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The Galileo Energetic Particles Detector


Galileo EPD Handbook


Chapter 1. Instrument Summary


Software Changes


Source: Stephen Jaskulek, October 2, 1987


Flight Operating System Software Changes


One of the more important aspects to changing the flight instrument is the need to modify the instrument's flight operating system code that resides on the data system board. The software needs to be changed to allow us to command, operate, and monitor the functioning of the new hardware, and properly format the new science data.


With the exception of a small, non-crucial piece of code, all of the instrument's operating system presently resides in ROM. This means that the software is unlikely to "crash" due to soft upset errors or erroneous "write" operations.  We would prefer to use ROMs to implement the new software, but the amount of time and money appear to be prohibitive. It is therefore our intention to use RAM-resident software code to effect the desired operation system changes.


We have been able to design the proposed software and hardware changes such that the LEMMS and CMS prime side could still operate properly if we were unable to run our new software.  In this way, we can localize the risk from this redesign effort to only the new sensor and high voltage supply.




The best way to process these new commands is a patch to the RTI 9 software code, where the command decoding takes place.  It is my present plan to utilize two unused command codes (FC and FD) as new HV control commands.  In order to do this, the operating system software code between the start of the RTI 9 code and the start of the command processor will have to be duplicated in RAM before any new software can be added.  In this way, the RTI 9 execution will jump to the new RAM section, execute the old processing software, then enter the new command decoder software.  The new software will check for the new command codes, execute the required operations if they are present, and then jump back to the start of the old command processor software.


Initial estimates for this part of the software updates would be about 80 bytes to reach the command decoder (copied straight from ROM code [085E to 08AE], 60 bytes to check if one of the new commands is present and increment the general command counter, 15 bytes each for commands "FC" and "F3," and perhaps 45 bytes for command "FD." An additional 20 bytes would be needed to report the value of the HV reference bytes via a spare subcommutated housekeeping byte.  This adds up to a total requirement of perhaps 235 bytes to process the three new commands.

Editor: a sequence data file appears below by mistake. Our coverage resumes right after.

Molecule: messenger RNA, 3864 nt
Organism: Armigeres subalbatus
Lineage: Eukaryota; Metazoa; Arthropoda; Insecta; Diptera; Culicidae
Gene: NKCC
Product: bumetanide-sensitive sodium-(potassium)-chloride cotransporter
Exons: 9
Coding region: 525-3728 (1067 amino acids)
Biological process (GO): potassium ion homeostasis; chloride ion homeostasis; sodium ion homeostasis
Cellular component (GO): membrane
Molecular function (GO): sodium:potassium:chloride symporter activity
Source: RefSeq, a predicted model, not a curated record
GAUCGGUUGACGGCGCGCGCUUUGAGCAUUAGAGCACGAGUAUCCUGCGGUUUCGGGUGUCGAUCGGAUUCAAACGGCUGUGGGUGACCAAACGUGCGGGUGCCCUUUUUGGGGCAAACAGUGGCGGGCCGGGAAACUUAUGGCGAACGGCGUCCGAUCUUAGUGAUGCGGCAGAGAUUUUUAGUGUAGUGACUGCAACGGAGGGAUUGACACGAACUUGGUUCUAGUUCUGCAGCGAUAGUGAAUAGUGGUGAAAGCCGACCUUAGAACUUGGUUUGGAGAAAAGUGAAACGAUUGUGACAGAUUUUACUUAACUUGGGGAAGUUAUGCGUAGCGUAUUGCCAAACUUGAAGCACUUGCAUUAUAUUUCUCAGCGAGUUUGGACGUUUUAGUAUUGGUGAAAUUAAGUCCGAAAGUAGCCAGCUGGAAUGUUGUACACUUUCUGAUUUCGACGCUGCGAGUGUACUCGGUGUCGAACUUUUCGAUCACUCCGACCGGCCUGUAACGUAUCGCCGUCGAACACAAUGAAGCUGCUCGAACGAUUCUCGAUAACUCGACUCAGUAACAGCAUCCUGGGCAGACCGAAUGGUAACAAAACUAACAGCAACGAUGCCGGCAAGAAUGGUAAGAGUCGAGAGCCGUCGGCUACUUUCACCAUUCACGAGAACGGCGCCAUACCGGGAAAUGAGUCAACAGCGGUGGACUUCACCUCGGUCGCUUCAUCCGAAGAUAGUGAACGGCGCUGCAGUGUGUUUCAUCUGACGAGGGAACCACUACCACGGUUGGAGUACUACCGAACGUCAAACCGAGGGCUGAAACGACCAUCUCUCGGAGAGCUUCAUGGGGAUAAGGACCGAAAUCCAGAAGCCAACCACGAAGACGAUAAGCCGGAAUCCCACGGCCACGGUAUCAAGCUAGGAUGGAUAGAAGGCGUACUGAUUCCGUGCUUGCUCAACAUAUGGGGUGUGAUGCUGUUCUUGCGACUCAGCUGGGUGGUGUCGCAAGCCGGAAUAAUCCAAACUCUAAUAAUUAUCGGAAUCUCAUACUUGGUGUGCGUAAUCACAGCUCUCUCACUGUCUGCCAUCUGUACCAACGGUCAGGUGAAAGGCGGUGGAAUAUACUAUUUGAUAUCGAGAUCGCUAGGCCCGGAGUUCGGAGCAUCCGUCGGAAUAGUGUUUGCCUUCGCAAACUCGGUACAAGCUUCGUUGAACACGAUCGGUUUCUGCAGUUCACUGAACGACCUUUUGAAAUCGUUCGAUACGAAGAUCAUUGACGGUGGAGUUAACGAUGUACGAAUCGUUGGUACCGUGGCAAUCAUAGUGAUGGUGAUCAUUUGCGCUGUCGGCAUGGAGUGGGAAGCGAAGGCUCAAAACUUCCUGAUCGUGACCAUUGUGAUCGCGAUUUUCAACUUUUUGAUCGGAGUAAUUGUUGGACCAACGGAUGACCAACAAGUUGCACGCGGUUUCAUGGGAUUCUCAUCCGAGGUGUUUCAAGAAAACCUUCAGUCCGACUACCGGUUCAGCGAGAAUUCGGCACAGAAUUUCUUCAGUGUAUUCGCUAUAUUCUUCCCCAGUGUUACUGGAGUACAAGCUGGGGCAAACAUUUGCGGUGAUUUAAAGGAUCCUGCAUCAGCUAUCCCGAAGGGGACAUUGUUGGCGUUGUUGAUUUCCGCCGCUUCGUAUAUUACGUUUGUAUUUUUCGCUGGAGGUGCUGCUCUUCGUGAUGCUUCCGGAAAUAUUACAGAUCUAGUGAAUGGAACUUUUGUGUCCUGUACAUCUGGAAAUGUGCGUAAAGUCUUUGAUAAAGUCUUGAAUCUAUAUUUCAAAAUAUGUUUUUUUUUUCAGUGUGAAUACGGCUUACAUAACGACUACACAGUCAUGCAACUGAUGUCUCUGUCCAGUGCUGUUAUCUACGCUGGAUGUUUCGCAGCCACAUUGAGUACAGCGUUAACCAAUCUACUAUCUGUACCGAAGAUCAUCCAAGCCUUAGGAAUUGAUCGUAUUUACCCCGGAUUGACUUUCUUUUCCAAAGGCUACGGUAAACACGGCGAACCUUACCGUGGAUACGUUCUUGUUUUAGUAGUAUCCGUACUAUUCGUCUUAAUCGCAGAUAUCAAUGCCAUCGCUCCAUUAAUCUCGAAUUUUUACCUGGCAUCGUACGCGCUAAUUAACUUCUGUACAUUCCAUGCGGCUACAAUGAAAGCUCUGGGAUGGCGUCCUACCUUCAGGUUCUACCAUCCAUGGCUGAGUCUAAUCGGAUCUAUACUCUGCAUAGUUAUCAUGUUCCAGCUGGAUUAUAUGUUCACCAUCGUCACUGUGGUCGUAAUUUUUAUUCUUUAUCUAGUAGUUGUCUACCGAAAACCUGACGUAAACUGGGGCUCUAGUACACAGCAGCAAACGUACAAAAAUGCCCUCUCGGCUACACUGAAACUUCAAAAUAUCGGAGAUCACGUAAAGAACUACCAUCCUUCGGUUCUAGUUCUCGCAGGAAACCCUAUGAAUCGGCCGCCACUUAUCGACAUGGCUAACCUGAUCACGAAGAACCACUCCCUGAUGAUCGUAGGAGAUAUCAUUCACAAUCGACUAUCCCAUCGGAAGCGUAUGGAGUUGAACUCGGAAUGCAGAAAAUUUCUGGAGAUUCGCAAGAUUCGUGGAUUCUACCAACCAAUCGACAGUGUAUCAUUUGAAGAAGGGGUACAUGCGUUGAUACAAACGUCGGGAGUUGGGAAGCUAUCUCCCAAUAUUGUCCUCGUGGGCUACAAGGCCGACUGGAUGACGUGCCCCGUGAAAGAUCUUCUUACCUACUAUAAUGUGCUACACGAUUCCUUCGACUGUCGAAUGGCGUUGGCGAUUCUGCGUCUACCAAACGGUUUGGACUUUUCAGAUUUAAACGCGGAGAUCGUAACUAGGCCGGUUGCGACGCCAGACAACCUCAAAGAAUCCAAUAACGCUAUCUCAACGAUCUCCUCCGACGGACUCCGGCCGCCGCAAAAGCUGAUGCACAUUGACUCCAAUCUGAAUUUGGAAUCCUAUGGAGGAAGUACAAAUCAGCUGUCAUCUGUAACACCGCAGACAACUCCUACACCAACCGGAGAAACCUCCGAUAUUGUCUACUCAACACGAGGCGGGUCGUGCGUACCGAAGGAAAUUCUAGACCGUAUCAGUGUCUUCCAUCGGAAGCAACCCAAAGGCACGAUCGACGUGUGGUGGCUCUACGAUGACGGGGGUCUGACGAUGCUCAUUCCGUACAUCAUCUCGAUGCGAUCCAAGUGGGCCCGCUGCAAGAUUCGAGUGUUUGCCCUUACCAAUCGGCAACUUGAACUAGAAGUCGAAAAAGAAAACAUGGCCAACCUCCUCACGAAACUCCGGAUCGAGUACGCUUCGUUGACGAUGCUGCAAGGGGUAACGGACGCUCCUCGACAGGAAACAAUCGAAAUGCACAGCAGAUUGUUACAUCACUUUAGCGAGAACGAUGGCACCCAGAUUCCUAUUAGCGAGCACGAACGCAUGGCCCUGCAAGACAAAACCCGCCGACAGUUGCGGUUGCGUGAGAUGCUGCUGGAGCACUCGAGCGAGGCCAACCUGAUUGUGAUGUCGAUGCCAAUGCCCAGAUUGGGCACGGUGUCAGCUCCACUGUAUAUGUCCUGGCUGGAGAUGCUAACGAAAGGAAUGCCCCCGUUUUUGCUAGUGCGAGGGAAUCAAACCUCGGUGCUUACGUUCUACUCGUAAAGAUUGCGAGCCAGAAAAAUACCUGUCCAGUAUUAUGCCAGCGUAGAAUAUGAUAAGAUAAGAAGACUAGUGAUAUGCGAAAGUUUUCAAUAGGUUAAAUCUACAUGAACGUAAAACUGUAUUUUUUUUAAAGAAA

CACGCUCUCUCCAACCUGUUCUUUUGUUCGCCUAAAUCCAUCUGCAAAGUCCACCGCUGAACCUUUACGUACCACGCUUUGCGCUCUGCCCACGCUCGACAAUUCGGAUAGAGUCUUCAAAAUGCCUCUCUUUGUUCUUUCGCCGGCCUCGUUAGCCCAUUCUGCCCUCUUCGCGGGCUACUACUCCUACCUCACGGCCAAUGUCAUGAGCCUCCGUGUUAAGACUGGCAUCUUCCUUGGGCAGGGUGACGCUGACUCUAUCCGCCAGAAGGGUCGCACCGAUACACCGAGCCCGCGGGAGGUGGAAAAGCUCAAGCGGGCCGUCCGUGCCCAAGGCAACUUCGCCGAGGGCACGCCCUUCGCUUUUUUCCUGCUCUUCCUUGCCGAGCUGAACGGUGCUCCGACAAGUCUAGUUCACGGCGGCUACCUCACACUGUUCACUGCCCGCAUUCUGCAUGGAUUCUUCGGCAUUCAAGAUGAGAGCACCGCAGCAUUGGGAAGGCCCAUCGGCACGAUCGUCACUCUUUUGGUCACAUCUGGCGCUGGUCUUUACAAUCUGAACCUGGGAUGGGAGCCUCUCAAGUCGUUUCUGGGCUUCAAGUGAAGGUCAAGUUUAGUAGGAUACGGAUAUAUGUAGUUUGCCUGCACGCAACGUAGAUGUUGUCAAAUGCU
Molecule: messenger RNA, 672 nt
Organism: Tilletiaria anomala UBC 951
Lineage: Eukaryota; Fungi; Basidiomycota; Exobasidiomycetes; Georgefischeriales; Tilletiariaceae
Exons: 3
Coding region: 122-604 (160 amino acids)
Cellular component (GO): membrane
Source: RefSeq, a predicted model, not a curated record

If sufficient RAM is available, this might also be a good place to implement the VITO OVERRIDE function via a separate command rather than the present RAM-patch method (this is definitely icing on the cake, however).  This would require perhaps 20 bytes more.


It should be noted that this is the desired command set; it can be simplified if necessary.




These commands can be verified in the EPD telemetry via the analog subcommutated housekeeping.  Two spare subcom locations will be used; location 86 (JPL S.I.) will contain the HV limit byte, and location 87 (JPL S.I.) will contain the HV analog monitor byte.


It should be noted that the amount of current being drawn by the new HV power supply will not be included in the EPD current monitor value.  This means that there is unfortunately no good way to determine how much power the converter is using.




The accumulator services routines were designed to be altered via RAM patches. It is therefore somewhat efficient to implement the desired changes.  Implementing the new C format will require that a new table be generated in RAM; no J or J' formats would be necessary.  Because the L format is unchanged, the existing table will be used.  If the C format could not be generated during the mission (for some reason), the existing J format could be used unchanged, with only a slight effect on the CMS rate channels (the two new multiplexed channels TH1 and TACs would not be accumulated).